76 FEDERAL REPORTER.
rocally, upon exactly the principle of the action of complainant's cutter. Upon all the points considered, the equity of this cause is with the complainant, and the decree will be accordingly.
OWEN v. LADD. (Clrcult Court, D. Connecticut. December 28, 1895.)
A delay of over 10 years in bringing suit, after charging Infringement, and being met with a denial thereof, held such laches as would prevent relief against one who in the meantime succeeded to the alleged infringing business. The Owen reissue, No. 10,348, for a gong bell, having in combination the novel element of a curved and bent Vibrating standard, if valid at all, is not infringed by a gong in which the standard is neither curved nor bent, and is cast solid with the base.
This was a suit in equity by George B. Owen against W. O. Ladd for alleged infringement of a patent for a gong bell. H. Albertu!! West, for complainant. Newell & Jennings, for defendap.t. TOWNSEND, District Judge. The hearing herein was on a bill alleging infringement of reissued letters patent No. 10,348, to George B. Owen, dated July 3, 1883, for a gong bell. The answer alleges invalidity of the reissue. on various grounds, lack of patentable novelty, and laches, and denies infringement. The claims as to which infringement is alleged are the following:
"(1) A gong bell consisting of the combination with a base or attaching portion, a sounder, and a gong secured to the sounder, of a curved standard, conneC'ting the base and sounder, substantially as set forth. (2) In a gong bell, a stationary base or attaching portion having a curved Vibrating standard secured thereto, said standard being curved in a plane substantially parallel to that of the base, substantially as set forth. (3) In a gong bell, the combination, with the base or attaching portion, a curved vibrating standard connected therewith at one end, and a sounder connected with the opposite end of the standard, of a gong removably secured to the sounder, substantially as set forth."
The improvement originally claimed consisted in a construction of a gong bell attachment for clock cases with a curved standard bent in a plane parallel to its base, and having .its ends bent outward in opposite directions, at right angles with said plane, so that the gong could be brought close to its base without having its vibrations checked. The only novel element in this combination was a curved standard. If there was any invention in this arrangement, it must be found in the claimed novel result of more musical tones, and not in the mechanical adaptability of the parts. Defendant's assignor, Barnes, .prior to this alleged invention, constructed various modifications of the old French clock gong, for one of which he obtained a patent in October, 1883. The defendant's bells are constructed substantially in accordance with the
PACIFIC COAST 8. S. CO. V. FERGUSON.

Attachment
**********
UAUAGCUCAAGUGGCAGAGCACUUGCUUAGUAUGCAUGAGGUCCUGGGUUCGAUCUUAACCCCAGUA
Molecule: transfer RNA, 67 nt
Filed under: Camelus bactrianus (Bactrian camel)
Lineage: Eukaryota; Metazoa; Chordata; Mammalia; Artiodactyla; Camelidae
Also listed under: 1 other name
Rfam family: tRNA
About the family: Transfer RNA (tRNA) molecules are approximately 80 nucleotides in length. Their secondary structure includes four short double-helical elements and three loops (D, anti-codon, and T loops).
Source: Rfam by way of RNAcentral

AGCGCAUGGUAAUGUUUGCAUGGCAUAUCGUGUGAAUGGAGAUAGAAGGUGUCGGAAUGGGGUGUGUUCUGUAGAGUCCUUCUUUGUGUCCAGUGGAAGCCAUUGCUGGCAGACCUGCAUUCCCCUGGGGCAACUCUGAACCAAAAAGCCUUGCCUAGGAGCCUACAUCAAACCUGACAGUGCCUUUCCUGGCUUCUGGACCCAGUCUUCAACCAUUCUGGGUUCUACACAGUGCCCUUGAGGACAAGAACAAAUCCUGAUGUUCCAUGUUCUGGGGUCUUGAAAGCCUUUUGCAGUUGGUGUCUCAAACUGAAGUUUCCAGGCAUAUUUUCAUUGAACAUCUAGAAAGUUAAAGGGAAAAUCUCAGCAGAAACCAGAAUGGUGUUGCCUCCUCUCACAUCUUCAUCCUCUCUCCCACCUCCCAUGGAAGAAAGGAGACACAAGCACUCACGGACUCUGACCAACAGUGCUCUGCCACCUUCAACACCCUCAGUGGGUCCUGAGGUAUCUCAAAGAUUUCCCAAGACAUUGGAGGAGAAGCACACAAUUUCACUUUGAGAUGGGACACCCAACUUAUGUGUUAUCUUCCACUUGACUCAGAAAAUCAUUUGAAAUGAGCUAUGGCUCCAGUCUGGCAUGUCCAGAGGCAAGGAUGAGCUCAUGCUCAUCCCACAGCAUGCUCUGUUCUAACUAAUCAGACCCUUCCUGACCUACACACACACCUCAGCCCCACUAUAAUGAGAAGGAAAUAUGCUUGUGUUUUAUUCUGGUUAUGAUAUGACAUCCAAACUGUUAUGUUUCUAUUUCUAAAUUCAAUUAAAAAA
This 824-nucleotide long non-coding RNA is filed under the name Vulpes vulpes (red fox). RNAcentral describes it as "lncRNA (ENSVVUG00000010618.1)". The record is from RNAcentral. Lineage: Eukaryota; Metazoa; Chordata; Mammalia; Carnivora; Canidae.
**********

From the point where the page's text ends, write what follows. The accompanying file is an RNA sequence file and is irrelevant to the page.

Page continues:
drawings of said patent. The complainant, in October, 1883, charged Barnes with infringement. Barnes stated that he had obtained a patent, and that his counsel advised him that his bell did not infringe, and he and his successors continued to manufacture and sell said bells. Oomplainant admits that the foregoing statements discouraged him, and that he never made any further claim under his patent until 1894, at which time said Barnes was dead, the original factory had burned down, and this defendant had succeeded to the business. No excuse has been shown for this long delay. Even if defendant were an infringer, complainant's laches would preclude him from recovering damages. But defendant is not an infringer. The only standard used by him consists of a short and substantially straight cast-iron arm extending from the base. It is neither curved nor bent, nor vibratory within the language or meaning of the patent in suit. And while the patentee stated in his specification that such standard might be cast, it clearly appears from the general description of his alleged invention, and from his reply to the citation of a reference by the patent office, that he did not intend to cover a rigid standard cast solid with the base. Complainant's sole claim of infringement rests upon the assertion that "the curved standard accomplished, to a certain degree, the objects of my invention." Even if, as complainant claims, this cast-iron prong "prevents, in a degree, the vibrations being checked," yet it does not infringe the bent, curved, vibrating, musical tone producing standard of the patent in suit. Let the bill be dismissed.
PACIFIC OOAST S. S. CO. v. FERGUSON et aL (Circuit Court of Appeals, Ninth Circuit. No. 281.
ADMIRALTY JURISDIOTION-SEPARABI,E CONTRACTS.
October 6, 1896.)
A steamship company, in connection With its business of carrying freight, conducted a warehouse at one of. its ports. It had a traffic contract with a railroad to brIng freight from the interior. Libelees purchased a lot of barley lying in the warehouse, upon· which railroad charges were unpaid. The company transported the barley under contract with the libelees, who paid the warehouse charges and water freIght, but refused to pay the railroad charges. Held, that the contract, so far as It related to the transportation by sea, was purely maritime, but, so far as it pertained to railroad charges, It was not maritime, and the admiralty court had no jurIsdiction of a suit to enforce it. 70 Fed. 870, affirmed.
Appeal from the District Oourt of the United States for the Northern Dis1rict of Oalifornia. This was a bill in personam by the Pacific Ooast Steamship Oompany against Eben W. Ferguson and others. From a decree of the district court dismissing the libel for want of jurisdiction (70 Fed. 870), the company appealed. George W. Towle, Jr., for appellant. E. B. & George H. Mastiek, for appellees. v .76F.no.7-63